After the Troika practice, when everyone’s back in the main meeting room, have a stretch or a dance break to get back into our bodies, then we finish with silent reflection & sharing like we did on Call 1.
The Liberating Structures website has heaps of great practices for creating much more lively meetings.
By this stage, people have participated in a "speed dating / relationship yoga" session, and everyone has been on the giving- and receiving-end of a rapid-fire peer-support session with the Troika practice. So for the third call, we go into a deep peer-support process.
We use the Case Clinic method from Theory U. It takes a little over an hour, and is focused on just one person (the "case-giver") being supported by 4 or 5 peers. The process is designed to access collective wisdom and to help the case-giver respond to an important and concrete challenge they are facing. The idea is not to give them advice exactly, but to accompany them in their challenge, to deeply empathise with what it is like to be them, and to help them clarify their situation and see new perspectives.
In our experience, Case Clinic is uniquely effective at producing insight (both for the case-giver and the peer-coaches), and developing a sense of connection between people. It’s especially effective when people are "softened up" by Call 1 and Call 2.
The final call is a "retrospective" i.e. looking back on our time together to take note of what we’ve learned and commit to some actions to take next.
We ask people to reflect on personal questions and then share in small groups. E.g. "What's your learning edge: e.g. are there new skills or behaviours you want to practice? Is there one insight that struck you, that you want to remember? Action/Intention: what is your next step to practicing microsolidarity? What support do you need to make this happen?"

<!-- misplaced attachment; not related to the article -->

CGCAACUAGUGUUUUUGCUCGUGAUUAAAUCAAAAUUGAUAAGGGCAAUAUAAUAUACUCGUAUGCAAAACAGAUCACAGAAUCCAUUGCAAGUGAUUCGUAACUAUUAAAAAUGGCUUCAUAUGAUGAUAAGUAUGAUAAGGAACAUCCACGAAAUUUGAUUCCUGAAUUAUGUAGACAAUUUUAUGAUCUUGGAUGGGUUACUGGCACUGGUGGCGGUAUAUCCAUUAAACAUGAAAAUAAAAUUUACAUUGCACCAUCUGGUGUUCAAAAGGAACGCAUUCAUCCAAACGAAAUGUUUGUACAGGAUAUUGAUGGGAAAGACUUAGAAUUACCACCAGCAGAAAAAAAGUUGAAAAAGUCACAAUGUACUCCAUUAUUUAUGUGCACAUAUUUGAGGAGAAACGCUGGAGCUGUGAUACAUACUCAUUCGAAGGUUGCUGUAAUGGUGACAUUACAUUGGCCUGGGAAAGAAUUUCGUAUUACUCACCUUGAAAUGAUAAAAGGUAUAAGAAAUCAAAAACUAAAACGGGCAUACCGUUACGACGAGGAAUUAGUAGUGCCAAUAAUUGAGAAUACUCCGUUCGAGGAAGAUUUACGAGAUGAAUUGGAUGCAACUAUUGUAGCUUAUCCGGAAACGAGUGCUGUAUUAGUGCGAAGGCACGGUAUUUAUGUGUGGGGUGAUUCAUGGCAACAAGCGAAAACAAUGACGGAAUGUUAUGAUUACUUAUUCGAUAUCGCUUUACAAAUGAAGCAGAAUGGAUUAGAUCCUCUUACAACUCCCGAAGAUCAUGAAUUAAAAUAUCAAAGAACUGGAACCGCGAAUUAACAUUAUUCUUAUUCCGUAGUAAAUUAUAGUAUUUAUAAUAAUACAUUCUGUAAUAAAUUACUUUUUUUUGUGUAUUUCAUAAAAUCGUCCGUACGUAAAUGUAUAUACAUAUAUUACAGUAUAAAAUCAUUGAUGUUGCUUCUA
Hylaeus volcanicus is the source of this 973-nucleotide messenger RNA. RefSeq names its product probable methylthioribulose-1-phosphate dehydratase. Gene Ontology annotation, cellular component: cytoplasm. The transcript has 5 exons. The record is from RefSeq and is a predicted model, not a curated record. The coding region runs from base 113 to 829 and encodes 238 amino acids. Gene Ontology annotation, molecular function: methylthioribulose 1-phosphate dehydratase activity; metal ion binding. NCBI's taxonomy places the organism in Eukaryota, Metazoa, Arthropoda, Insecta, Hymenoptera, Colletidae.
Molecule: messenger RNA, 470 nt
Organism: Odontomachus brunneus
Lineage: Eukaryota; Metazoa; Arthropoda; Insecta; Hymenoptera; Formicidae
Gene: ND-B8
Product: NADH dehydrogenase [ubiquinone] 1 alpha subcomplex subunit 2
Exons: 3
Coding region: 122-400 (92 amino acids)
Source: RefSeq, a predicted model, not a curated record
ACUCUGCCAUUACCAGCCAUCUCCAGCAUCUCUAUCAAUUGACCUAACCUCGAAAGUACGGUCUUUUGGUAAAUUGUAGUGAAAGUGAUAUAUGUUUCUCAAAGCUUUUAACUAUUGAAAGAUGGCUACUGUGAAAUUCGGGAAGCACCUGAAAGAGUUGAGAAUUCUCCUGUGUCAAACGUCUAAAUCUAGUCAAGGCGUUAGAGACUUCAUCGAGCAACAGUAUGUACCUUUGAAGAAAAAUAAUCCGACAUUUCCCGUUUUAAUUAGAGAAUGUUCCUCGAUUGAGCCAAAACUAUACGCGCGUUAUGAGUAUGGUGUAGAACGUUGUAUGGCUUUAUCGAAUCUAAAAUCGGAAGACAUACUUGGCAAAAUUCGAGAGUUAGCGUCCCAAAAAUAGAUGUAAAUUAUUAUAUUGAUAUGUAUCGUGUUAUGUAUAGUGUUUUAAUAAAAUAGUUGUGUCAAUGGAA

We also ask for detailed feedback on every aspect of the Practice Program, from the facilitation to the digital tools. We ask "What worked well?" and “What didn’t?” and we look for one or two concrete changes we can make to improve the next program. This is partly for us to keep improving our craft, but more importantly, it demonstrates one of the fundamental practices for creating consistent learning and continuous improvement in groups. (We recommend that high performing collaborative teams spend at least 10% of their time in retrospective mode.)
Finally, we have a closing round, where we hear final remarks from everyone in the meeting. This is the first and only time that the whole group really gets a chance to see itself as a full circle.
Over the course of 4 calls we progress up the ladder of scale, from 2 people, to 3, to 5, to the full group of 20 or 30. In this way, people get to experience the unique affordances and challenges in groups of different sizes.
You can read more details about our approach to hosting excellent online meetings in this article about Technical Facilitation.
If you use this guide, please get in touch and let us know about your experience! It will be excellent to improve these resources based on your feedback.